There are a lot of “rules” determining just how authors are to present and to market their books. Most of these rules, I feel, are deterrents of the publishing houses to keep control of the book market. They discourage authors from seeking reviews from friends and family, and yet the publishing houses hire teams to write reviews and create prior marketing advertisements to the release of a new book. Book critics will not accept manuscripts from Indie authors. There isn’t a critic’s door in which we can walk through. Maybe it’s time to create an Independent Critic’s Group? Oh wait! Critics are supposed to be independent.
Writers are being more careful to not do things that they feel might prevent publishers from accepting their work. They are being more careful to not post any piece of their work on the Internet in case it gets labeled as already published. I’ve recently learned that writers are even afraid to put in their own copyrights with the government. Afraid this even would cause a rejection letter.
I would seriously look closely at a publisher who doesn’t want its writers to protect their own work from theft. I’d like to remind writers that publishers cannot own your copyright unless you carelessly sign it away to them. It’s the same with movie rights. You created the work. You own your work!
It all looks like the best worlds meet when a person receives that acceptance letter, especially if it contains a fat advance check. Not everything is as it appears. Read those contracts carefully. You might be signing away more than you planned, and that big, nice advance check? It has to be paid back if your book does not sell to its projected number.
I’ve never sent my work to a publisher. I love the freedom. Would I sign a contract if one was offered. Maybe, maybe not. I’ve grown awfully used to having my own way with things. I chose my formatting, my style, and my covers. No one is going to rewrite my story and sign my name. No one is going to eliminate Book Two, and keep books One and Three.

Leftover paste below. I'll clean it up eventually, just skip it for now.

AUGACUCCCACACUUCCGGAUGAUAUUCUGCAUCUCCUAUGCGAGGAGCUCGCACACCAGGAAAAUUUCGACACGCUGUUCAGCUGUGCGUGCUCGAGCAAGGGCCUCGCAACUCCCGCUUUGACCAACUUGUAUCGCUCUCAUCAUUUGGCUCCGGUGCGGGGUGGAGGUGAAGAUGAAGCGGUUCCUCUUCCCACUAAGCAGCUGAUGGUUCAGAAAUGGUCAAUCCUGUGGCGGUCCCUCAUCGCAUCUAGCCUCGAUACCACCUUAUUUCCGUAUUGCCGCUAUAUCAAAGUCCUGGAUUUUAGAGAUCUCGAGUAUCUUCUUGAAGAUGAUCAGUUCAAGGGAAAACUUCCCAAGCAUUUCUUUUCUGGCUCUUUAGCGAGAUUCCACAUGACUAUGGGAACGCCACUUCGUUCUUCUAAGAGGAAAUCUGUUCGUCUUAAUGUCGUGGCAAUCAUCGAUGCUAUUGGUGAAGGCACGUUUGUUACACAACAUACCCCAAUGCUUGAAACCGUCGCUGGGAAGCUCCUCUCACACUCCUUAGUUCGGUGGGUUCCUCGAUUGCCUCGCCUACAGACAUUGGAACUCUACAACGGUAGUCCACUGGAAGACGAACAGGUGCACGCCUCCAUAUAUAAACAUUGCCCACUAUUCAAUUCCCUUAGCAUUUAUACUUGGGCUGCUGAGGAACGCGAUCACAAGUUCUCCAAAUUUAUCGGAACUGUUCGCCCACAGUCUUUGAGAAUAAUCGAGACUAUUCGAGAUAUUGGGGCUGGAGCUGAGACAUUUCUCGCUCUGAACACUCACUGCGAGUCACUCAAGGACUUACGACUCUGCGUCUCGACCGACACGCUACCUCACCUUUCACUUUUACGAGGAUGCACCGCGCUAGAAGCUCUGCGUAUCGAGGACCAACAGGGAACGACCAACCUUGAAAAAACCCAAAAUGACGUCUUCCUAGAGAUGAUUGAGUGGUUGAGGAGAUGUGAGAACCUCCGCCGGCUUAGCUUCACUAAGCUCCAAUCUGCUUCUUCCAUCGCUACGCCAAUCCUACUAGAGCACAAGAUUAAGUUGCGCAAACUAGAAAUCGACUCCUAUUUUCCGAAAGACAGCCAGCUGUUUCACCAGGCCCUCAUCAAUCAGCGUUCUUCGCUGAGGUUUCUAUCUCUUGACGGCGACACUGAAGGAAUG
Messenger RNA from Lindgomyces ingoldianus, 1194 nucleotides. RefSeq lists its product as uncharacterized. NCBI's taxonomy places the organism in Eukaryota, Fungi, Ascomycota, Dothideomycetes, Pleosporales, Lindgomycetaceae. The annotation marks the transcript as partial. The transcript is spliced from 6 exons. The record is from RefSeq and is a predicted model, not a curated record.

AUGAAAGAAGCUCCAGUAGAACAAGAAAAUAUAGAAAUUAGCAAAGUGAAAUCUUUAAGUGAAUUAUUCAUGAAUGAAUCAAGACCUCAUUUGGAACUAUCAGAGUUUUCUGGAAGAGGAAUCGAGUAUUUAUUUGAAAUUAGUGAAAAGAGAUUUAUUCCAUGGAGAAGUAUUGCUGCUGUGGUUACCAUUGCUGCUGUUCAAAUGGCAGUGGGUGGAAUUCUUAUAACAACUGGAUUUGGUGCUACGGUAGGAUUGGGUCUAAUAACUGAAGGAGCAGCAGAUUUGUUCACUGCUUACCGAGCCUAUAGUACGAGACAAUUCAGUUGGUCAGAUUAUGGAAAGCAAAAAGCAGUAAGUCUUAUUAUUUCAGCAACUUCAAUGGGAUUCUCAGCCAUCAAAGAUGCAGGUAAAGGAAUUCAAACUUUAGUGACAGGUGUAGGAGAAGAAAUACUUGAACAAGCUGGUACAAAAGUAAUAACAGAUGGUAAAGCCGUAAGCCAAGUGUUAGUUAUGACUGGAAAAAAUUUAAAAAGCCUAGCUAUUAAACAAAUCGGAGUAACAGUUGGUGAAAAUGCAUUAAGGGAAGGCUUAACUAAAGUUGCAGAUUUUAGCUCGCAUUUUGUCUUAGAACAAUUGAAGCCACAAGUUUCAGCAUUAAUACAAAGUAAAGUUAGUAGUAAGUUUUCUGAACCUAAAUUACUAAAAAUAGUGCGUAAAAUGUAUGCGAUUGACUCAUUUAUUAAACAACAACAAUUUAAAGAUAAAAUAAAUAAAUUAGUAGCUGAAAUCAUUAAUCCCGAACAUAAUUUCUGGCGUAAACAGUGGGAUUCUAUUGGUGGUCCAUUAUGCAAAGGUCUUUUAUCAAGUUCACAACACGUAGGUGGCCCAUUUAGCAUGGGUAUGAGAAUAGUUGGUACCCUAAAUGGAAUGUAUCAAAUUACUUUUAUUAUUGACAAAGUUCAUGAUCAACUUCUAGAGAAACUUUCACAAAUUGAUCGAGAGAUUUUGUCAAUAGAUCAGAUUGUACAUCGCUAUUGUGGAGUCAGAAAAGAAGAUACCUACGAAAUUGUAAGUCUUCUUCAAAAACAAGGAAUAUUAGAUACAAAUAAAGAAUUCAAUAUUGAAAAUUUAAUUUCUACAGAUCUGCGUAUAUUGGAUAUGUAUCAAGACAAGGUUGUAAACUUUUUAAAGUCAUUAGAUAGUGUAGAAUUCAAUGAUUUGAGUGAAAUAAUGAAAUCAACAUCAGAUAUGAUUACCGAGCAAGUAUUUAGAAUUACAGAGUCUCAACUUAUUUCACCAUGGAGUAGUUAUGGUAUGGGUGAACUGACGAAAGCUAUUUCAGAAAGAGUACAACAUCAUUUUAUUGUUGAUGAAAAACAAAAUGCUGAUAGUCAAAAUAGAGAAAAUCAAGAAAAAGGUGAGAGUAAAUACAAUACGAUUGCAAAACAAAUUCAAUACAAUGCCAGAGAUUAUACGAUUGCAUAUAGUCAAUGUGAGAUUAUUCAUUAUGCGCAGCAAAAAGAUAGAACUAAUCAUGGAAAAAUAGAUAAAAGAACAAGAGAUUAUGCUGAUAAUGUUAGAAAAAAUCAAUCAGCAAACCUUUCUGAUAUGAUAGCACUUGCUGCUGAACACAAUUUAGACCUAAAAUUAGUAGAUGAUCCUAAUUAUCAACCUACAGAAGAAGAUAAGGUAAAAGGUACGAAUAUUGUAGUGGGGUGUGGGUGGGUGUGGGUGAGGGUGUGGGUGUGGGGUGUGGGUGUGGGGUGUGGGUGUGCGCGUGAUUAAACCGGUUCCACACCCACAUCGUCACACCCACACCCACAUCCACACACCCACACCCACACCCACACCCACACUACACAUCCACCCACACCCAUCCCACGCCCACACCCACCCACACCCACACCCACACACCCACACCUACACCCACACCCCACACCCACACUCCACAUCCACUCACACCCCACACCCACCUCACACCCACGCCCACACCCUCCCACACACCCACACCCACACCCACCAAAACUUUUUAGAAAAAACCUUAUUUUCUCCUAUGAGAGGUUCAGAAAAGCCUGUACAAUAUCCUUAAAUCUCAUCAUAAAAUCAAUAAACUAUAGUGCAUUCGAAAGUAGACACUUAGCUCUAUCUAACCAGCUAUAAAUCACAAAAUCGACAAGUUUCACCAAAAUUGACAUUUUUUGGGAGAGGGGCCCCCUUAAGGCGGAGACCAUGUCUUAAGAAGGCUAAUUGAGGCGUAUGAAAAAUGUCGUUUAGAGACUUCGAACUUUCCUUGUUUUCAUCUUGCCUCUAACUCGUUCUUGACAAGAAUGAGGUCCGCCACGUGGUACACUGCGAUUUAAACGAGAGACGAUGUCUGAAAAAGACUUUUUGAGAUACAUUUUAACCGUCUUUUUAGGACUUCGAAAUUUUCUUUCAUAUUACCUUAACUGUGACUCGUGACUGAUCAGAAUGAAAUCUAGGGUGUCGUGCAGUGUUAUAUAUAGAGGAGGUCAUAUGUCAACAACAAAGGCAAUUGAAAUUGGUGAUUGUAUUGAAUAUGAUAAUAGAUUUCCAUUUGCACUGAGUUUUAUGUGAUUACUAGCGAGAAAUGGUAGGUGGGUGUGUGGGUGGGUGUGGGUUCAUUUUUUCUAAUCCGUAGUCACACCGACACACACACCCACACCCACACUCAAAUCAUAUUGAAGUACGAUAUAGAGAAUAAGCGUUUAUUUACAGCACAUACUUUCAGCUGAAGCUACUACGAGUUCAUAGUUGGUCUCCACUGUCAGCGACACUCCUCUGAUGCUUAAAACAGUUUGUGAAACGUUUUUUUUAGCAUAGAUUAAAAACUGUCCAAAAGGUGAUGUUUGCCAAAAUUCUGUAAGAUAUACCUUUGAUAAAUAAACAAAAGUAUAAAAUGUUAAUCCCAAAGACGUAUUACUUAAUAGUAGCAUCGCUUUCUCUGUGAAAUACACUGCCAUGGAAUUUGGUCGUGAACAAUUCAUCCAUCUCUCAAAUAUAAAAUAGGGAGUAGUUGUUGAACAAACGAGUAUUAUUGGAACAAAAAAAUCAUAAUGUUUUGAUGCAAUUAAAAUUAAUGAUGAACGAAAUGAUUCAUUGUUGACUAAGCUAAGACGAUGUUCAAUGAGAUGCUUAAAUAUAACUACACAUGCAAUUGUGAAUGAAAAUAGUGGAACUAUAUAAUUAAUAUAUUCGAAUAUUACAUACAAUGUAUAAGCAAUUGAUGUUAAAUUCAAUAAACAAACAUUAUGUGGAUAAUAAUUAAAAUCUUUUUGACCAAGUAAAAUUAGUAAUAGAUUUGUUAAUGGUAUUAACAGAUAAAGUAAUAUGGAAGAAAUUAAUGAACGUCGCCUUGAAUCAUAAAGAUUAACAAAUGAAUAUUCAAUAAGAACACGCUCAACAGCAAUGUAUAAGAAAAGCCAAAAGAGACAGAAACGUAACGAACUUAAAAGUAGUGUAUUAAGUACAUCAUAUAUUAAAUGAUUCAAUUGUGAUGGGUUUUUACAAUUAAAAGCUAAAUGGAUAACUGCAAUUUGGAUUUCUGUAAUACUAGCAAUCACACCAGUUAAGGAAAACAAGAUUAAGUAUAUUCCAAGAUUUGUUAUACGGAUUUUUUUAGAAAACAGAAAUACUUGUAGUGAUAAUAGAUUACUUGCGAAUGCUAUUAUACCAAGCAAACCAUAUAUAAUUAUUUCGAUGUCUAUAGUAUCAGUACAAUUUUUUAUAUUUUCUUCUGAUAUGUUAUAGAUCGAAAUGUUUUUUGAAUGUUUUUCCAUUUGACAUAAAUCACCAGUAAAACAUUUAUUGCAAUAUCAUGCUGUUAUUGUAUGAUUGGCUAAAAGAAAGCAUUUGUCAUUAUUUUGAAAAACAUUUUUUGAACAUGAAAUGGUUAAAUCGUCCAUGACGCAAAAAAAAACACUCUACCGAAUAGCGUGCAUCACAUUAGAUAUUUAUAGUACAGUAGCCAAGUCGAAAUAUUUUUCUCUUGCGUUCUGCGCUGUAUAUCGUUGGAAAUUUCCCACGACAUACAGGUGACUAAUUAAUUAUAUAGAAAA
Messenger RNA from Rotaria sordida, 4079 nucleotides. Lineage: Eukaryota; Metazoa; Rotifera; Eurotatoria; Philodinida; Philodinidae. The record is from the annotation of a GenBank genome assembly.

I think the only way I would sign such a contract is if one of my books got so popular (50 Shades of Grey) that I got muddled with regards to fulfillment and distribution. Oh yes, just another thing Indie publishers have to deal with.
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L. S. Fayne was born in Norwalk, California, grew up in Santa Cruz, California, and at the age of ten, her family moved to Oregon. She married her husband, Darrel, in June 1984. They are still together and very much in love. Still happy and wanting more.
She and her husband created their own publishing company, Fayne Artists, and in June 2008, they published her first novel, Christmas in the House of O’Byrne. She was so taken with the storyline and characters of the book that she created a series for it called, Druantia’s Children. In these books, they described the ancestry of their magical family. Linda was inspired to go back in time, and create stories for the original seven sisters who migrated to America. This series is called, The O’Byrne Daughters.
Linda creates all her own covers and artwork. She wouldn’t mind someone else putting on the publishing hat, but for now, is satisfied to be so involved. She is excitedly writing her seventh novel, of which, her only hint is that it belongs to the Druantia’s Children Series.
Linda fights with Fibromyalgia. For those fighting with Fibromyalgia, she stresses for them to pursue something they are passionate about! Something that will help them get up every morning! She has her husband, a big extended family, writing, and cats. She is passionate about all of them.
All the book links above go to their respective Amazon pages. All of the images below are linked to their respective Smashwords pages.
Linda has agreed to do a giveaway for a print or ebook copy of one of her books you’ll also find below, so here’s what we’ll do: comment on this post your feelings or experiences on self-publishing vs traditional publishing, and I’ll select a winner using Random.org. Then the winner can choose which of Linda’s books they’re interested in and I’ll send a coupon code for that ONE book (if an ebook edition is chosen). If the winner so chooses a print copy, I’ll get the winner in contact with Linda for shipping details. Let the comments begin! *fires gun* I’ll choose a winner on Friday, August 17th.